financial-markets

Financial Markets

Financial markets is a space that can be physical or virtual, through which financial assets are exchanged between economic agents and in which the prices of said assets are defined.

Financial markets make up a space whose objective is to channel the savings of families and companies to investment. In such a way that people who save have a good remuneration for lending that money and companies can use that money to make investments.

A financial market is governed by the law of supply and demand. That is, when someone wants something at a certain price, they can only buy it at that price if there is another person willing to sell that something at that price.

Functions of the financial market

The main function of a financial market is that of intermediation between people who save and people who need financing. In other words, putting buyers and sellers in contact. Based on this we can name these 4 main functions of the financial markets:

  • Put in contact everyone who wants to intervene in it.
  • Set an appropriate price for any asset.
  • Provide liquidity to assets.
  • Reduce intermediation terms and costs by facilitating greater circulation of assets.

Financial market characteristics

These are the main characteristics with which we can define a financial market:

  • Amplitude: A financial market is broader the greater the volume of assets that are traded in it. If there are many investors in the market, more assets will be traded and therefore there will be more scope.
  • Transparency: The ease of obtaining information on the financial market.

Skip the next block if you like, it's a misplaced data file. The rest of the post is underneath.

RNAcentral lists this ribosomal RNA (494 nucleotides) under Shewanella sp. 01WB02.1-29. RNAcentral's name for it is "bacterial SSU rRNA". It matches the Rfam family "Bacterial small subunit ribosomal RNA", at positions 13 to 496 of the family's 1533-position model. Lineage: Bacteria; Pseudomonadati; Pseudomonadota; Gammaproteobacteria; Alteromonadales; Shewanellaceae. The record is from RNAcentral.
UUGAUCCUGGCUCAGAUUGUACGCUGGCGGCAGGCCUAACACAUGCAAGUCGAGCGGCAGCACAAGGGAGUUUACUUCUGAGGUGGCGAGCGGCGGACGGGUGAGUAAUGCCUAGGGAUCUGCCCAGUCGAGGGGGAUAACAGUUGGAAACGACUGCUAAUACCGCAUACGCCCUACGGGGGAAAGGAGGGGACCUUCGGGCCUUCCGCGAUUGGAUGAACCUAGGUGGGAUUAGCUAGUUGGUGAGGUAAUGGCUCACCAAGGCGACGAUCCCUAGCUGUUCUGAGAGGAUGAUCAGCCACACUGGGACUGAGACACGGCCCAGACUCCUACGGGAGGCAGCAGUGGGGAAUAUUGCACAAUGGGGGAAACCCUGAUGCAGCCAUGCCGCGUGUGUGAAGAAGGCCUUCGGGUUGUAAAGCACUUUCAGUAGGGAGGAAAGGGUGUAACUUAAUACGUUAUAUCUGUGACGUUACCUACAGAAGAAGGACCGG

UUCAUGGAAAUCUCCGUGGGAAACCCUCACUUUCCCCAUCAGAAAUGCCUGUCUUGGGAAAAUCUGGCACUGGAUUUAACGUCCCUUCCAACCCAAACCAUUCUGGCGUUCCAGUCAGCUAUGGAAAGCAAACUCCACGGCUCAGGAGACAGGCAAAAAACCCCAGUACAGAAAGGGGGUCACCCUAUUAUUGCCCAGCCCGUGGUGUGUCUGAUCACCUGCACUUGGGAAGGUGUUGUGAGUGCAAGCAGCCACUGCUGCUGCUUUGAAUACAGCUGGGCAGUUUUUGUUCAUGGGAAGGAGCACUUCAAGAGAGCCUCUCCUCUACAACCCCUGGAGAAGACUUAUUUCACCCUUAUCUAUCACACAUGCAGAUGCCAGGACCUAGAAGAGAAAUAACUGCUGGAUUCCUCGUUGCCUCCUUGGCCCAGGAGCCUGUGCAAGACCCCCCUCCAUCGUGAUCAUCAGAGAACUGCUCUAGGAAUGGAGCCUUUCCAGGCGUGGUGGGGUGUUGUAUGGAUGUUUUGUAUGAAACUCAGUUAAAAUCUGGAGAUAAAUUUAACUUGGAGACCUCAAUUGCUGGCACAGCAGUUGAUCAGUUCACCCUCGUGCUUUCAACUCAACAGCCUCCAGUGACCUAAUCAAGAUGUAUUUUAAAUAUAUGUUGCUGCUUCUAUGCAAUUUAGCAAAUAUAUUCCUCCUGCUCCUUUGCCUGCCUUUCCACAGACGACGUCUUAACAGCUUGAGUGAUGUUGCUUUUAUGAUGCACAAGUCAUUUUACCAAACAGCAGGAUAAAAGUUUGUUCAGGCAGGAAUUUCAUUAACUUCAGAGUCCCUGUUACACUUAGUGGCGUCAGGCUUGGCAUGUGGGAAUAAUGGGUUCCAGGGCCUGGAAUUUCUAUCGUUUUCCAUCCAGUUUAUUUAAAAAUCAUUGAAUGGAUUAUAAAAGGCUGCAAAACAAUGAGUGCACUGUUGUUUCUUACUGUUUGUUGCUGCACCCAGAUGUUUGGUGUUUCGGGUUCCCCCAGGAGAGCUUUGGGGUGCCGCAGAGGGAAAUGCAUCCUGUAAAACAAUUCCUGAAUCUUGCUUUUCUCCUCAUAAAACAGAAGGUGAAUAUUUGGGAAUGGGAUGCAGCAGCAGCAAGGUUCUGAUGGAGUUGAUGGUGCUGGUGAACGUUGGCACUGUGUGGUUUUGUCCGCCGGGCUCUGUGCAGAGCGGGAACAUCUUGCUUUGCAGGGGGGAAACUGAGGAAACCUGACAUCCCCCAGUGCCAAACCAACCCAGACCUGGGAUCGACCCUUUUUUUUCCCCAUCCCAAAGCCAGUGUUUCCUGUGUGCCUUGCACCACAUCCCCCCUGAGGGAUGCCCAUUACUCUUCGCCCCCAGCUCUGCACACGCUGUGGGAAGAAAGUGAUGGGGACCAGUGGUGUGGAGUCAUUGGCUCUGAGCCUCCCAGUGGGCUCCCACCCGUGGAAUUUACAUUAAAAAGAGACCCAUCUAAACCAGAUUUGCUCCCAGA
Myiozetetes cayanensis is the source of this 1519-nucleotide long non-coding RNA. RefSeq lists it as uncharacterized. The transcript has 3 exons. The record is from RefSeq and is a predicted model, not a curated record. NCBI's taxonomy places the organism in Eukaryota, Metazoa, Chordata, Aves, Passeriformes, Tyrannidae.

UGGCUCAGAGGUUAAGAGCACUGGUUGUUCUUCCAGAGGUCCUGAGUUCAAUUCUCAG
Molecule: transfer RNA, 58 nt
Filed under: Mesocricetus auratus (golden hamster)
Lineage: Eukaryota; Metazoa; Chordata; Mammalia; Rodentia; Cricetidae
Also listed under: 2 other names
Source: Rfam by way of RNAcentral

• Freedom: Determined by the non-existence of barriers for both buying and selling.
  • Depth: A financial market is deeper the greater the number of buy-sell orders.
  • Flexibility: Ease for the rapid action of agents when a desire to buy or sell appears.

If the 5 characteristics are maximized we would be facing what is called a “perfect market”.

Who are the financial markets?

Financial markets are made up of all the people who exchange financial assets, because when we think of a market, no one comes to mind an empty place. So we could also say that the financial markets are made up of all the investors who buy and sell those financial assets. And who are those people?

Almost everyone. When a couple saves money and invests it in a pension plan, it is part of the financial markets. When someone buys a house and asks for a mortgage, they are also part of the markets. When someone buys shares, treasury bills, when the government or a company issues debt, they are also part of the financial markets. Even commodity markets can be considered part of financial markets as long as the customer is not the end consumer.

There are economic agents that have more influence than others in the financial markets. A person who invests 1,000 million euros will have more influence than a person who invests 1,000 euros. If a person sells 1,000 euros, they will have little effect on the market. On the other hand, if a person sells huge amounts of shares of a bank, the shares of this bank will probably drop. In theory, in the long term, no matter how high the amount, if there is a broad market, the operation of that investor will dissolve and make the financial market reflect an efficient price again.